How much do you know about your own body? It’s easy to assume we know a lot about ourselves, especially since we actually use these bodies on a daily basis and that should be enough for us to have a fairly good idea of our rhythms and needs. This is arguably especially true in light of all the advancements that medical science has made, and the way that the information about these advancements has become easier and easier to access and share. We can reasonably expect to have a good understanding of the workings of the human body, right down to how it gets its aches and pains and how we can come back from them.
However, we don’t always actually know what we expect we should know. Consider your thumbs, for instance. These game-changing evolutionary developments are arguably what make hands as useful as they are, but we never actually stop to think about how they work or what they’re meant to do for us. This is likely because they work so well, and are so seamlessly part of our every hand movement, that they only become standouts when they don’t. Everything we do in a day, whether it’s gripping door knobs or gripping a steering wheel or writing with a pen or pencil involves the grip the thumb can give us.
Furthermore, what about our wrist joints? Joint systems in general are fantastic feats of engineering that involve bones, muscles, tendons and ligaments working in concert to facilitate our body movements, and our wrists are some of the most useful joints. Our wrists position our hands –thumbs and all – and sustain whatever they’re working on. Typing on a keyboard? Wrists. Turning the door knobs you’ve gripped? Wrists. Picking up shopping bags? Wrists. While the muscles of the rest of the arm might exert the force, the wrists are what that force is coursed through, and the strength needed to sustain the weight being carried is no laughing matter either. Indeed, when our hands, wrists and thumbs start to hurt, we start to notice – not least because of how much we actually rely on them.
All joints see a lot of use; it’s what they’re there for. Facilitating movement for the human body is a full-time job, it’s even more so for the hand joints. As such, these joints are involved in a variety of mundane to specific tasks we go through in a day, and so they’re susceptible to overuse injuries or other ailments.
For the thumb, the carpometacarpal or basal joint is particularly susceptible to stress. Within the thumb this joint is formed by the metacarpal bone, and articulates and engages with the trapezium bone (found in the wrist). A great deal of stress places on this joint – and therefore on the tendons and ligaments that are part of it – will bring about pain in the thumb joint. For the wrist, overuse injuries wear down the joint much like the thumb and even the elbow joint. Overuse can result from simply doing basic tasks – it need not come from a sport or similar activity – and it’s arguably inevitable especially if we do these tasks a lot. As an overuse condition, tendinitis can also be a serious factor. When afflicted with this, the tendons in the wrist and thumb can get inflamed, which can result in interior damage if the inflammation gets to be too much. Small tears can also cause this condition to manifest.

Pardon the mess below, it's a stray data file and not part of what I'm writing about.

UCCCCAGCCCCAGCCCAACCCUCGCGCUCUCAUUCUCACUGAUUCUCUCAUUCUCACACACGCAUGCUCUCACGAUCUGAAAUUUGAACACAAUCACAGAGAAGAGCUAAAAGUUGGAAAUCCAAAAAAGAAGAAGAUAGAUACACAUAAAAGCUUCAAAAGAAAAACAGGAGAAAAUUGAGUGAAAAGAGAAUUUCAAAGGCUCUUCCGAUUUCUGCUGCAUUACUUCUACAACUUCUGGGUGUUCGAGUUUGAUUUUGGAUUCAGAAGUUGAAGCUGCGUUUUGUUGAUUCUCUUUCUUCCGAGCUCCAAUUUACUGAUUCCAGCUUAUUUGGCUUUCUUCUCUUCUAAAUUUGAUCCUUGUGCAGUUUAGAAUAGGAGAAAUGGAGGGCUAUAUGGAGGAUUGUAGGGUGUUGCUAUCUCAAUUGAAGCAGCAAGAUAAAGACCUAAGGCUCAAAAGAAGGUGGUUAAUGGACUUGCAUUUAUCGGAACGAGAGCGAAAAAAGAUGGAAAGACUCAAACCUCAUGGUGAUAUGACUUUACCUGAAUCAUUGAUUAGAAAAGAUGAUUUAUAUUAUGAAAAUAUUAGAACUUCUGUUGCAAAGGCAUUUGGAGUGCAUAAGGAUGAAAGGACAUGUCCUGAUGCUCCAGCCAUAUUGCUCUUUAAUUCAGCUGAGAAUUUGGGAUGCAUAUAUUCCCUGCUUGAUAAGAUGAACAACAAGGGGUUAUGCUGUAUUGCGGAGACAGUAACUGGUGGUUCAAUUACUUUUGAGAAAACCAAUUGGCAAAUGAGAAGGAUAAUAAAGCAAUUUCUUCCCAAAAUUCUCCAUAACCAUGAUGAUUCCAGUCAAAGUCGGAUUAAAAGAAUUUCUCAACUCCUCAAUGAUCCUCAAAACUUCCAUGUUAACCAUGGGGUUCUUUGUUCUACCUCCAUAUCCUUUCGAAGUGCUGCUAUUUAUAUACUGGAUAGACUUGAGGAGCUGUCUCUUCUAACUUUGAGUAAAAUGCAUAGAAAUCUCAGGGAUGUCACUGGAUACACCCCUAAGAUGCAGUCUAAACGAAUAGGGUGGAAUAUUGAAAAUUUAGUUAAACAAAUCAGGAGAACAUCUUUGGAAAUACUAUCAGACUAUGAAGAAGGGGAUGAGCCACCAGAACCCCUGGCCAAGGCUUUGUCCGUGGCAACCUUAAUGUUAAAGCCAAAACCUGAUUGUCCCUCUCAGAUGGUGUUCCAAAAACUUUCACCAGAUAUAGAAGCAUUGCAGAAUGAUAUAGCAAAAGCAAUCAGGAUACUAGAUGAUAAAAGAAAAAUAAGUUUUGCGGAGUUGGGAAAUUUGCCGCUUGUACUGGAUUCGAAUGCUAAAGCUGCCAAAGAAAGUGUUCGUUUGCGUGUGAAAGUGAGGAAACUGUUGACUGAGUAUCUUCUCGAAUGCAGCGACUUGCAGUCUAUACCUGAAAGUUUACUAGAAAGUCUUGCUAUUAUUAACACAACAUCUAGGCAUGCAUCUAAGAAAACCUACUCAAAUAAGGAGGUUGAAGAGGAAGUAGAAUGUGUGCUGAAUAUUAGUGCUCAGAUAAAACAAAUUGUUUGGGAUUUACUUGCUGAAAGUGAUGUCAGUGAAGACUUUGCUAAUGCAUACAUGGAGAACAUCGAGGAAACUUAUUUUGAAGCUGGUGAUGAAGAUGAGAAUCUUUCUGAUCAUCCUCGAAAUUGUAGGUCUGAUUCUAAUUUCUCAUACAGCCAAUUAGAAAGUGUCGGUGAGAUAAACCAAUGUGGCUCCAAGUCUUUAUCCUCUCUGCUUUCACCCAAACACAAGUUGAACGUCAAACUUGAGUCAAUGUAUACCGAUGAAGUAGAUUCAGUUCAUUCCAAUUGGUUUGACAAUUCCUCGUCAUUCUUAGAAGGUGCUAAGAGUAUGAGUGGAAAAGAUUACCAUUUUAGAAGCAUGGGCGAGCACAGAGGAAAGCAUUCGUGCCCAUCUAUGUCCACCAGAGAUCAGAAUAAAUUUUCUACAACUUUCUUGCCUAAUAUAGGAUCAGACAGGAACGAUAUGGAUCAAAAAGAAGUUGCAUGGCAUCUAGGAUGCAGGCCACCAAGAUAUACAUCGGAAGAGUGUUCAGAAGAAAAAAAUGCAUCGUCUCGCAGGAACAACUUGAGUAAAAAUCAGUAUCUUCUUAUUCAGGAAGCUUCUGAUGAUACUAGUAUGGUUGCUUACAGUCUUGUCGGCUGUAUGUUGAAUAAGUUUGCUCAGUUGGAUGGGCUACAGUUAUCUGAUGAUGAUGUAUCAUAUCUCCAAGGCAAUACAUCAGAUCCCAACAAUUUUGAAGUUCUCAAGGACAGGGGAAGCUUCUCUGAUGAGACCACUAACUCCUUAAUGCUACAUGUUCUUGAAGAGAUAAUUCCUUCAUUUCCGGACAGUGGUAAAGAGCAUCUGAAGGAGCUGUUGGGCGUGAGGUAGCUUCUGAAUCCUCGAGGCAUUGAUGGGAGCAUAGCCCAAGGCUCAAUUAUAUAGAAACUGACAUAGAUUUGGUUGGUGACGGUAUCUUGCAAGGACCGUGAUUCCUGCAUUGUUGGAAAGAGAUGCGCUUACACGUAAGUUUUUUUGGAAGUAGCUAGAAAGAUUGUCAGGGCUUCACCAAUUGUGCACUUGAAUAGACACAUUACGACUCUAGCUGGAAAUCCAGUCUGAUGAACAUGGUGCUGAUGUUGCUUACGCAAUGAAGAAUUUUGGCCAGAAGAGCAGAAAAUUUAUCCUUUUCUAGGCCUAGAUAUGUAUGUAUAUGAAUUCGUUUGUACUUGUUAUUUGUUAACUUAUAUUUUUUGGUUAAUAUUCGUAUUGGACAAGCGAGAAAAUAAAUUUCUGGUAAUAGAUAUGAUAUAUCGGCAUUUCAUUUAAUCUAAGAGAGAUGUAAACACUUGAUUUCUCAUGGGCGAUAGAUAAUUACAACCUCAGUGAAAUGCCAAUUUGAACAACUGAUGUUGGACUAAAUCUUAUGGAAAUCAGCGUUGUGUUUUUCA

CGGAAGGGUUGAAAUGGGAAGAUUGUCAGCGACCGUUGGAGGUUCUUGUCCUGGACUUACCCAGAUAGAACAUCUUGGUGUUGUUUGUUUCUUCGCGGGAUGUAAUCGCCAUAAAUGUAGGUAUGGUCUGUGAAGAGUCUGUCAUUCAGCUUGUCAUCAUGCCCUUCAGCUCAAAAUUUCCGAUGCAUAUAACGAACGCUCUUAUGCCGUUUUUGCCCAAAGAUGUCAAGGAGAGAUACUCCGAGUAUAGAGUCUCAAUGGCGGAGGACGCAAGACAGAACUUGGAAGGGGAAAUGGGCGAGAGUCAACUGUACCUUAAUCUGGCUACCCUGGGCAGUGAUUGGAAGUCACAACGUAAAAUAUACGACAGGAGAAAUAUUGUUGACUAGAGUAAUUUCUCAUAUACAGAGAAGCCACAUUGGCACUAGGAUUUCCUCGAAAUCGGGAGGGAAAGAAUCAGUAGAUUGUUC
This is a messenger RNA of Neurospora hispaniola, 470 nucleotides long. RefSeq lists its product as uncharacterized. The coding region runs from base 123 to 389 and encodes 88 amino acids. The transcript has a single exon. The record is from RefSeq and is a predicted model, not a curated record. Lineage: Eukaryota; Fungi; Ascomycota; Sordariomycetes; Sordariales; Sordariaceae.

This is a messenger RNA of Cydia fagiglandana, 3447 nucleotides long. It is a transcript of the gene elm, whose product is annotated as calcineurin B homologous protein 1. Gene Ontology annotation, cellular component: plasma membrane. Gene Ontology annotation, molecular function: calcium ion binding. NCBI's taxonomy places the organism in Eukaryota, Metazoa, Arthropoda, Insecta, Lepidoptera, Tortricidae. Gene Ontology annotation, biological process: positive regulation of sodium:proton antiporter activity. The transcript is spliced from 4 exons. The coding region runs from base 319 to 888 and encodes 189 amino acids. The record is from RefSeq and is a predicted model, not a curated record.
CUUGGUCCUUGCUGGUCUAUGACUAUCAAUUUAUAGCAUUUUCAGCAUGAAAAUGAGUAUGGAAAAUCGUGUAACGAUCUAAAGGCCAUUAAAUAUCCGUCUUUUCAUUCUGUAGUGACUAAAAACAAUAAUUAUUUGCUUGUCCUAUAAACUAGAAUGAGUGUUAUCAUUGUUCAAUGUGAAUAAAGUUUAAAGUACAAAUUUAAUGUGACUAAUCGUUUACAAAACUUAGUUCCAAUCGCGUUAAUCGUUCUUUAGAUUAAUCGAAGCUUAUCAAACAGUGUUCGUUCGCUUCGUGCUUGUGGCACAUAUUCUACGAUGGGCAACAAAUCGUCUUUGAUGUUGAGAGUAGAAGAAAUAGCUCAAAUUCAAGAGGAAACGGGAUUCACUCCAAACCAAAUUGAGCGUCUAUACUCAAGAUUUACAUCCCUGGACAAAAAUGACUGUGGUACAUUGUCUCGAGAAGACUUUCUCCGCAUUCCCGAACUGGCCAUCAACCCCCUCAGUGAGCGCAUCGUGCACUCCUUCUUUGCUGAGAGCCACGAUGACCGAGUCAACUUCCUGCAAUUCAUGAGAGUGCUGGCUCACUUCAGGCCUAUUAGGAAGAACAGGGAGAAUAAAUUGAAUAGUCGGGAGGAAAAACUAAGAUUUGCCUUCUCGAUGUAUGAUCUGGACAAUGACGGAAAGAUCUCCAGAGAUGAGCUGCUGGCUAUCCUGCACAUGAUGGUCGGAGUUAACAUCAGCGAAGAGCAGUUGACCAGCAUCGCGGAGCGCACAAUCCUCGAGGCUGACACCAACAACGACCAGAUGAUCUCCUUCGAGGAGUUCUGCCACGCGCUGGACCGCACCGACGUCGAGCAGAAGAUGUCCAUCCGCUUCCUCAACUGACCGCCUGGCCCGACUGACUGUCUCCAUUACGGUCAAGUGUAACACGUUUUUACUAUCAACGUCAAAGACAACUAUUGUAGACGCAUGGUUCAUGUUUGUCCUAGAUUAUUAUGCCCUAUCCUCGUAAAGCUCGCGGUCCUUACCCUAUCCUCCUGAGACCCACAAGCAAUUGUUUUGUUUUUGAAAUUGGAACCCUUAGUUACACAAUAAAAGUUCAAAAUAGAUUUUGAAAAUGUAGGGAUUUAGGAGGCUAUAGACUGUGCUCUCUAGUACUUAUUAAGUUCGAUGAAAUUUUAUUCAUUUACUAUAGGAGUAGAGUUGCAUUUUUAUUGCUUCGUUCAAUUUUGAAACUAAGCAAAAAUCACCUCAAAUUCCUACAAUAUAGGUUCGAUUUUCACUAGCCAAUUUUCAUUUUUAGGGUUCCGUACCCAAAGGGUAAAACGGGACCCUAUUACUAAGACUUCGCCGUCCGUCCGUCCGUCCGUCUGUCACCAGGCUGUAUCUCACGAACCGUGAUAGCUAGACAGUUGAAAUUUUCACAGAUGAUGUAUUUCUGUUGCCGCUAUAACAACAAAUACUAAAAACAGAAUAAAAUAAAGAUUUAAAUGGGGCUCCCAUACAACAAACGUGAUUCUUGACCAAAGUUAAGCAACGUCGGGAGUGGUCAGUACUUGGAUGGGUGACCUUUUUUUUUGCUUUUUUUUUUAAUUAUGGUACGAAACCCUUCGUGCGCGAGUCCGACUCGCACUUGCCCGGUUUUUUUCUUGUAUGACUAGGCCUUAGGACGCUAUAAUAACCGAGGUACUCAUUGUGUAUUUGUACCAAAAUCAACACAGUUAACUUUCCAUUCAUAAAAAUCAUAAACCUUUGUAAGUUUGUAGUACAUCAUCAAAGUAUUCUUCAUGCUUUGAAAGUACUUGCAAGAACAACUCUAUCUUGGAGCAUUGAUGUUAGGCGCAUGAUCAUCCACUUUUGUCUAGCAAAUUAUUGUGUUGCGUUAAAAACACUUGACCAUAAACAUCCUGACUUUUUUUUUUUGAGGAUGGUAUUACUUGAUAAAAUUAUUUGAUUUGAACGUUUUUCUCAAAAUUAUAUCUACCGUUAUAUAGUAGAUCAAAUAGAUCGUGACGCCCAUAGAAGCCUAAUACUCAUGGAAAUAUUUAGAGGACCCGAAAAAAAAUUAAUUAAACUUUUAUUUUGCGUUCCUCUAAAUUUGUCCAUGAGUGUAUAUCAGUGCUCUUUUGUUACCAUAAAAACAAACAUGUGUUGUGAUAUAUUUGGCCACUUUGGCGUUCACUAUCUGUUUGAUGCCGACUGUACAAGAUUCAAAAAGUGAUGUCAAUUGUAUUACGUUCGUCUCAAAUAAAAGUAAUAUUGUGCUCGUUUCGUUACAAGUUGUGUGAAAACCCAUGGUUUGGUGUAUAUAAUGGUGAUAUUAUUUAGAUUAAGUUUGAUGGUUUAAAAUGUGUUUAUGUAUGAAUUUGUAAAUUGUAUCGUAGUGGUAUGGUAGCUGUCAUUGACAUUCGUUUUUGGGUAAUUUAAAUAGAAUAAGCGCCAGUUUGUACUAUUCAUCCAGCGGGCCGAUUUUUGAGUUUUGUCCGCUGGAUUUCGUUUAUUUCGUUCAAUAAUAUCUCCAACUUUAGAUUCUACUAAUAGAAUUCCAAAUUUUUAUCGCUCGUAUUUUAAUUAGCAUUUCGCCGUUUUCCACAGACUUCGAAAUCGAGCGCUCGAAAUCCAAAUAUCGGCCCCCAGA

More systemic causes, like rheumatoid arthritis, can be a serious problem as well. Rheumatoid arthritis results from the body’s immune system backfiring and targeting the body, specifically the joints. Carpal tunnel syndrome is another example that sees compression in the wrist’s median nerve because of overuse. The signs of these conditions are not hard to spot and tend to be common – pain in the joint, accompanied with or resulting in stiff joints and difficult in gripping objects. There may be noticeable, visible swelling as well, and a limitation in the available range of motion. Carpal tunnel syndrome, as a pinched-nerve situation, may be accompanied by weakness in the hand and a numbness or tingling sensation.
Other times it’s injuries to the joint, like dislocations, sprains and the like, that bring the pain. Other conditions include ganglion cysts, which are small sacs of fluid that can form in these areas because of inflammation in the joint that produces excess fluid. Whatever the cause, one must deal with it as quickly as possible, in order to restore the joints’ range of motion, not to mention the ability to do basic tasks as well as more precise, demanding ones. Otherwise the pain will only get worse, and basic movements will become progressively harder to do properly or without pain.
Basic RICE treatment is usually a good place to start.
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